Ethoxyquin came under scrutiny in the 1990s after complaints of skin allergies, reproductiveproblems, cancer, and organ failure insome dogs given food with this preservative. In 1997, the FDA asked dog foodmakers to halve the maximum allowed amount of ethoxyquin after tests conductedby manufacturer Monsanto Company showed possible liver damage in dogs fed highlevels of the preservative.

Some manufacturers no longer use ethoxyquin, BHA, or BHT, instead usingnatural preservatives such as vitamin E (mixed tocopherols), vitamin C(ascorbic acid), and extracts of various plants, such as rosemary. Those alsokeep food fresh, but for a shorter period.  Be sure to check a food’s“best by” date on the label before buying or feeding it to your pet.

“If you want shelf life, it’s better to have chemical preservatives,” saysJoseph Wakshlag, DVM, PhD, assistant professor of clinical nutrition at CornellUniversity College of Veterinary Medicine. “They’re added at amounts that won’tharm the dog, and it creates a more stable fat. Rancid fat can cause liverenzymes to go up, and diarrhea.”

4. How can I make sure the food meets my dog’s needs?

Look for a statement of nutritional adequacy on the label.

Many pet food makers follow model regulations set by the Association ofAmerican Feed Control Officials (AAFCO) that establish the minimum amount ofnutrients needed to provide a complete and balanced diet. The statement may saythe food is formulated to meet AAFCO standards or that it has been tested infeeding trials and found to provide complete nutrition.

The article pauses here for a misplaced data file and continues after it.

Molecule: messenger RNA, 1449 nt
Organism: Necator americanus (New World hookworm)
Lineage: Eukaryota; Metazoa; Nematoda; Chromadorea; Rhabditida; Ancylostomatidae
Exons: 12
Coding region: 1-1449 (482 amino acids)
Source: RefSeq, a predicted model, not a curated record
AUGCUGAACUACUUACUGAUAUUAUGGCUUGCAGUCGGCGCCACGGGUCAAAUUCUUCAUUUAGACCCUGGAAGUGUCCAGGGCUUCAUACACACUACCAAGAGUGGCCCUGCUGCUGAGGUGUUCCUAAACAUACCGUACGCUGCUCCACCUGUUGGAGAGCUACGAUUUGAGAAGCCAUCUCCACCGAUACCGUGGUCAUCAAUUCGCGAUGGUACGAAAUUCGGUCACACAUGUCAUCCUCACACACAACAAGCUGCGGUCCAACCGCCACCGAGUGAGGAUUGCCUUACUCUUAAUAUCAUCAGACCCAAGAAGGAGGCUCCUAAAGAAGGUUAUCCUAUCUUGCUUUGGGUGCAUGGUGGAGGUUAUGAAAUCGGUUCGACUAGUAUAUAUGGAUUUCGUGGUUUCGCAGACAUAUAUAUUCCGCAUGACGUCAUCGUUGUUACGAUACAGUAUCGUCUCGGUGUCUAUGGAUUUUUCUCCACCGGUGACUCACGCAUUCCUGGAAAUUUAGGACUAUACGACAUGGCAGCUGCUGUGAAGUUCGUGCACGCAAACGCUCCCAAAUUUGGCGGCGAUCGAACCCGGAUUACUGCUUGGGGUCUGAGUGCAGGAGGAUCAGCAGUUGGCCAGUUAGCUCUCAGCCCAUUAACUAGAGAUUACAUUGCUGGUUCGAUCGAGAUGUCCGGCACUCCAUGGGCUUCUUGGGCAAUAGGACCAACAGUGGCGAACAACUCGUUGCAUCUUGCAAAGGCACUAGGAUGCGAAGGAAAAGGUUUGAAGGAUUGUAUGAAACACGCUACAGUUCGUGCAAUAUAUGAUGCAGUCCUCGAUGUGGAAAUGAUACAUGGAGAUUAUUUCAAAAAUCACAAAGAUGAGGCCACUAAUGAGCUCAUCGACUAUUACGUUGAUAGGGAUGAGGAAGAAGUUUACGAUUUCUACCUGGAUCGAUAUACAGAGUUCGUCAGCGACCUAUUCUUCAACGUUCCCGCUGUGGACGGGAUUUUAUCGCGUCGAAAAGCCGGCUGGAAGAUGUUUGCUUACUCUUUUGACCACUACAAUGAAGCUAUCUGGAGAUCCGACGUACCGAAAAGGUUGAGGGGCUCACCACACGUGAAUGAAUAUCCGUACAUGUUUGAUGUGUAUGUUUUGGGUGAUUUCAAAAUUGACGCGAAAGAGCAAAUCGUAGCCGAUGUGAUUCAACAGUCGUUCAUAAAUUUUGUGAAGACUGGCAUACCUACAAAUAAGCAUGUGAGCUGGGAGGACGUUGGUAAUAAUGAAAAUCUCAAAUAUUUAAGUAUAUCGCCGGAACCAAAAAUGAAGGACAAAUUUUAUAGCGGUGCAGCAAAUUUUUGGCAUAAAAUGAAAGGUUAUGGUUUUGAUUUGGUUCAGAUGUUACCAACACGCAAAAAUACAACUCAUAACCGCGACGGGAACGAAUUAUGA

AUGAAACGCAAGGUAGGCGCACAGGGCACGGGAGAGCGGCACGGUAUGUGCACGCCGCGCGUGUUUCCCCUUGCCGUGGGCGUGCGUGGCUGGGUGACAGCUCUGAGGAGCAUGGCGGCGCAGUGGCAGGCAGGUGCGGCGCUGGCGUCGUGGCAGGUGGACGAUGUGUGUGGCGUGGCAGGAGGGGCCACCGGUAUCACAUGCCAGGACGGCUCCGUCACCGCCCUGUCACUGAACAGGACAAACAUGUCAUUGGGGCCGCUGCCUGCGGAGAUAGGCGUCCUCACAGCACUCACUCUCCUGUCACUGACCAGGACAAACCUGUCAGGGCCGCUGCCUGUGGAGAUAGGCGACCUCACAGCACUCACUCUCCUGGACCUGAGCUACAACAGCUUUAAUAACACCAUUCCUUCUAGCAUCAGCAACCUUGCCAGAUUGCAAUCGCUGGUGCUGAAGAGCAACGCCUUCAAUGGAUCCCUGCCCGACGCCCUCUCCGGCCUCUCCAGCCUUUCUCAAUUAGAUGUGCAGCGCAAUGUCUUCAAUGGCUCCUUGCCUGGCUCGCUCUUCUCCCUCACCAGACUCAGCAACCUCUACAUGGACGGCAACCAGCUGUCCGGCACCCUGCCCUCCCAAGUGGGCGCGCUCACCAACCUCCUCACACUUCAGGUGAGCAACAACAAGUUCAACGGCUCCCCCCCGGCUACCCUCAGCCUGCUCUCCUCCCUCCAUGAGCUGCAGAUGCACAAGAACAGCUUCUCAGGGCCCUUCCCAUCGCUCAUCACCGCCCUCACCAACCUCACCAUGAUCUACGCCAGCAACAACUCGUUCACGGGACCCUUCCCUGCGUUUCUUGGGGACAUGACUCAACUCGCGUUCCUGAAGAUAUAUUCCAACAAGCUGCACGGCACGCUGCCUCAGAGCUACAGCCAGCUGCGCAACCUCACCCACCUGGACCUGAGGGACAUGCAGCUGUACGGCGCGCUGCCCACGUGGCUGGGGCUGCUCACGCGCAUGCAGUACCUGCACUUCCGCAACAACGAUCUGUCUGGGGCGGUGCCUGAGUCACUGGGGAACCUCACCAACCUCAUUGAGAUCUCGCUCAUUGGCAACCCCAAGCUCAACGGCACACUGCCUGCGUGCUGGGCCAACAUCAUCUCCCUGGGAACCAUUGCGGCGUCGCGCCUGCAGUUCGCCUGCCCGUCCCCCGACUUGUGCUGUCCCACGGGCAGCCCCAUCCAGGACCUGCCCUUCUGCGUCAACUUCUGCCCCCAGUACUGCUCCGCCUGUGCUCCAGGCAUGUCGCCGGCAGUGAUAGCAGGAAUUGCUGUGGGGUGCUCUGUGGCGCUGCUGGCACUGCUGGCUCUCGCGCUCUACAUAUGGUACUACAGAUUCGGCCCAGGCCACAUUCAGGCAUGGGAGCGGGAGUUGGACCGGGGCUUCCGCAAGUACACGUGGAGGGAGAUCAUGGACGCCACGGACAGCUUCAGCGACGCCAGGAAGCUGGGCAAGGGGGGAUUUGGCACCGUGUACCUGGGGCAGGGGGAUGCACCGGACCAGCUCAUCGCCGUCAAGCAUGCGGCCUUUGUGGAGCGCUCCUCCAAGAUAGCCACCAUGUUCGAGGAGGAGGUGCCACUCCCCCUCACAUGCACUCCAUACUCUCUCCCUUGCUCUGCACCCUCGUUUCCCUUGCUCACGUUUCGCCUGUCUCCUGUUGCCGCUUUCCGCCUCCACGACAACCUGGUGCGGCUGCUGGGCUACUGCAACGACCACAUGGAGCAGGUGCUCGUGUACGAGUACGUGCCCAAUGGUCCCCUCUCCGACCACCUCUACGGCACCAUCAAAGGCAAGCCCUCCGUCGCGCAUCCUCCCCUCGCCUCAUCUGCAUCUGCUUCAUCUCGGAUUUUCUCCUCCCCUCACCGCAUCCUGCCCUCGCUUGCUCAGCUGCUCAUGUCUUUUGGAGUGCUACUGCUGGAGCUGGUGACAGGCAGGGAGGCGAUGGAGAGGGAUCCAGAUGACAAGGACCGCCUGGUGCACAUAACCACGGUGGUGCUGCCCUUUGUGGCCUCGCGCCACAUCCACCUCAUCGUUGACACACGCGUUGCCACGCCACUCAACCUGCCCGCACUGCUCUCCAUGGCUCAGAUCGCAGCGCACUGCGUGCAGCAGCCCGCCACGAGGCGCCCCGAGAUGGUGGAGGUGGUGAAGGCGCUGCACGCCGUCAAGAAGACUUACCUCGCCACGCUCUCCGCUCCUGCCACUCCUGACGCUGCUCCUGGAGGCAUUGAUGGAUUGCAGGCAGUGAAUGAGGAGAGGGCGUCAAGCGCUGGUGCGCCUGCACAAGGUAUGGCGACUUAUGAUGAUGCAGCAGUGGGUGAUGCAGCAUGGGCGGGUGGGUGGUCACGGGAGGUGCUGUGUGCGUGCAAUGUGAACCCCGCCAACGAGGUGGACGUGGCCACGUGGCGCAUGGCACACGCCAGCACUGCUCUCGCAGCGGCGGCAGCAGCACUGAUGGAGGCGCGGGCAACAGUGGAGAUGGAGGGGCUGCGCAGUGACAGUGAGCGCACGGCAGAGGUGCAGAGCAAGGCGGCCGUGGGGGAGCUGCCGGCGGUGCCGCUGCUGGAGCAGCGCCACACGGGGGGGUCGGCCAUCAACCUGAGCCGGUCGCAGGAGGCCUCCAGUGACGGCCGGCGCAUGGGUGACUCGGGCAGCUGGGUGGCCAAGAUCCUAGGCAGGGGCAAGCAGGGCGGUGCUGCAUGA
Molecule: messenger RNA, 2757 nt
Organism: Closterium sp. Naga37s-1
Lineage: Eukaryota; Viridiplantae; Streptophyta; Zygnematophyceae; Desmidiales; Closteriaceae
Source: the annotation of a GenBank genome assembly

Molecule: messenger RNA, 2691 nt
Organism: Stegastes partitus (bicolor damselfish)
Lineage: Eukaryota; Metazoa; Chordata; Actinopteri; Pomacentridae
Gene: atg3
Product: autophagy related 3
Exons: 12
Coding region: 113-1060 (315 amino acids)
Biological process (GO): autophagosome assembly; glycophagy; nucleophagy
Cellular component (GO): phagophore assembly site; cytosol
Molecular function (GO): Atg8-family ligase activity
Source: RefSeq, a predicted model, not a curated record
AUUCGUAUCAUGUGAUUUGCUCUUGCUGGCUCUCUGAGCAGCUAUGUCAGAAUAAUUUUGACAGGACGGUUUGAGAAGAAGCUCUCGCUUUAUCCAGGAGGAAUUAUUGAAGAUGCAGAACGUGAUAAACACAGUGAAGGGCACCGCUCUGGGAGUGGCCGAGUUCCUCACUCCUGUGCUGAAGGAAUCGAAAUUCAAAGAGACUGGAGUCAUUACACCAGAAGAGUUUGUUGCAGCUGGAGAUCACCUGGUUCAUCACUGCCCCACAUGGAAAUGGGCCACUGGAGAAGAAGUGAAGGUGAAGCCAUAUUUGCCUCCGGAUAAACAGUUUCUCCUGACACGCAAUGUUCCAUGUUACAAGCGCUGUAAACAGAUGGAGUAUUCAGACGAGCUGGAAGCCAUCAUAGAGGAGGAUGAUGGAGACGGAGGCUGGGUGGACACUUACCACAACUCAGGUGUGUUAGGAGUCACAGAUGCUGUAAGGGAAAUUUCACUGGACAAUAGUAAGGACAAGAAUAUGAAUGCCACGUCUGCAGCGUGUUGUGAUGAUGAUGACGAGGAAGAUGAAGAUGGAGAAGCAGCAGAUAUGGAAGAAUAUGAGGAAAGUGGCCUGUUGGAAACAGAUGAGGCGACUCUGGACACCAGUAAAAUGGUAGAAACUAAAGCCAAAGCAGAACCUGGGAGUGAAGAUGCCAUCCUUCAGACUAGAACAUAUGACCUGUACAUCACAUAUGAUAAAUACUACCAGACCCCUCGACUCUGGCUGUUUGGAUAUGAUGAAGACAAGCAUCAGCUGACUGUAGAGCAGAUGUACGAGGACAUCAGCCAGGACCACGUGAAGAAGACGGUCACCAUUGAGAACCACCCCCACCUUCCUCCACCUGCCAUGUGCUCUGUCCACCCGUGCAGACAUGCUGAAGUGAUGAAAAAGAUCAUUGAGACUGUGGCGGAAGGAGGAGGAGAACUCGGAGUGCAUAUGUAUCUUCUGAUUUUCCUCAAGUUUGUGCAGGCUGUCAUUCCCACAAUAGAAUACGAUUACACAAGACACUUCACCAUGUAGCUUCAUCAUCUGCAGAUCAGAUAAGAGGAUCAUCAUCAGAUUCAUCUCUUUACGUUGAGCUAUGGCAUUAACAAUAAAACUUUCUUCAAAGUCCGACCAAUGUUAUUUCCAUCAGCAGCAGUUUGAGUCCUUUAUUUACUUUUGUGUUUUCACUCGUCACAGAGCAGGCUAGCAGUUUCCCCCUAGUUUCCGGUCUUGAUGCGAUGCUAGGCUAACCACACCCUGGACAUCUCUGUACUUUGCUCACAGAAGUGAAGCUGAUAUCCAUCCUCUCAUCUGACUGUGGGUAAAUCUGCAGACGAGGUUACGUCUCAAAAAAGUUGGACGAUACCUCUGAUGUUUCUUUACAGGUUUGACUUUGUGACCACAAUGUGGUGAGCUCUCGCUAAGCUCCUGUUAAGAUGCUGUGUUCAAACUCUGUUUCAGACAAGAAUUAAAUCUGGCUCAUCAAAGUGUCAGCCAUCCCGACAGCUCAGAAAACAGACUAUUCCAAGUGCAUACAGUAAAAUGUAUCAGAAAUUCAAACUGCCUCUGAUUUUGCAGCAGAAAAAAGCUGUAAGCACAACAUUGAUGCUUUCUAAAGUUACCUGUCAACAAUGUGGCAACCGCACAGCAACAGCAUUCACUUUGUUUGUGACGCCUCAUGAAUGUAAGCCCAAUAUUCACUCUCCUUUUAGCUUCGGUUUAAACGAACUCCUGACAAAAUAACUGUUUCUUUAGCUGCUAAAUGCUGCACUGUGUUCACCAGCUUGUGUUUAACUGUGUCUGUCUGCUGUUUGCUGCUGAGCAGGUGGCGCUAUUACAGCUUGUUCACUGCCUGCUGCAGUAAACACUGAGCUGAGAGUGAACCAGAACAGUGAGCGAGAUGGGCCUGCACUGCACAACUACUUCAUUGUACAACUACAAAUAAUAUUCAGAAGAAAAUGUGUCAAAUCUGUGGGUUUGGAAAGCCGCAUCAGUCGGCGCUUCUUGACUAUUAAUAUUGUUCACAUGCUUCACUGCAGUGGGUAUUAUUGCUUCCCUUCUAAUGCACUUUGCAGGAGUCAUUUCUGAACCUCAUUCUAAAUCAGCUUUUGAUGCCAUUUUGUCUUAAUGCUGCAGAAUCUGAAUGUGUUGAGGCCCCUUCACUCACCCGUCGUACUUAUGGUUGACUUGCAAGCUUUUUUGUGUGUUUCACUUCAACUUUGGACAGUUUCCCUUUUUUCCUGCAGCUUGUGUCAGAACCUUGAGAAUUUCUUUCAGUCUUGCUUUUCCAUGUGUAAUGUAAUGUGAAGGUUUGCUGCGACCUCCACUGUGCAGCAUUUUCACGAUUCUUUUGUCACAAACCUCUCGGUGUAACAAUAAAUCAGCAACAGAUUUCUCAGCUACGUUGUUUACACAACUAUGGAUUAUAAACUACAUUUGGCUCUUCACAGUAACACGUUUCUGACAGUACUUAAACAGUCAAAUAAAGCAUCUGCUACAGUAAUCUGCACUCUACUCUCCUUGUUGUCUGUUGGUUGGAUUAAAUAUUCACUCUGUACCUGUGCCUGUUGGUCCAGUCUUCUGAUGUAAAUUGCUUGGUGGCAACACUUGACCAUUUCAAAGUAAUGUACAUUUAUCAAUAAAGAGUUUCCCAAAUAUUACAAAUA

The AAFCO statement also should say what life stage the food is appropriatefor. For puppies, look for a food suitable for growth or all life stages. Foradult dogs, look for adult maintenance or all life stages. Nutritional needsfor senior dogs can vary, depending on health conditions, and there is no AAFCOstandard for senior food.

5. What is the guaranteed analysis?

All dog food labels must list the minimum amount of protein and fat in thefood and the maximum percentage of fiber and moisture.

Some dog food labels also list the percentage of other ingredients, such ascalcium and phosphorous.

Low-fat dog foods often contain less fat and more fiber, to fill up a dogwithout adding calories.

At least 10% of the daily diet, by weight, should be protein, and 5.5%should be fat, according  to the National Research Council, a scientificresearch unit of the nonprofit National Academies. Dog foods typically containhigher amounts than those, because dogs may not be able to digest all of thenutrients in a food.

6. What do “natural” and “holistic” labels mean?

Legally, not much. Food labeled as natural should contain few, if any,synthetic ingredients. Holistic, along with premium and super-premium, aremarketing terms and there is no rule that controls how they’re used. Watch outfor marketing terms like “human-grade ingredients” or “made in a USDA-inspectedfacility,” too.

“It’s difficult to confirm those claims are truly accurate,” says TeresaCrenshaw, interim chair of AAFCO’s pet food committee. Although pet food can bemade in a USDA-inspected plant, it may happen when there is no inspectorpresent, Crenshaw says. Meat once considered safe for humans may have spoiledand been diverted to pet food, she says. Neither claim means the food is safefor humans to eat.

7. What is organic pet food?

There is no official definition for it.  But the U.S. Department ofAgriculture’s National Organic Program, which sets rules for using an “organic”label, is reviewing the issue.

Show Sources


U.S. Food and Drug Administration: “Pet Food Labels: General.”

U.S. Food and Drug Administration: “Pet Food: The Lowdown on Labels.”

U.S. Food and Drug Administration: “Feed Ban Enhancement: ImplementationQuestions and Answers.”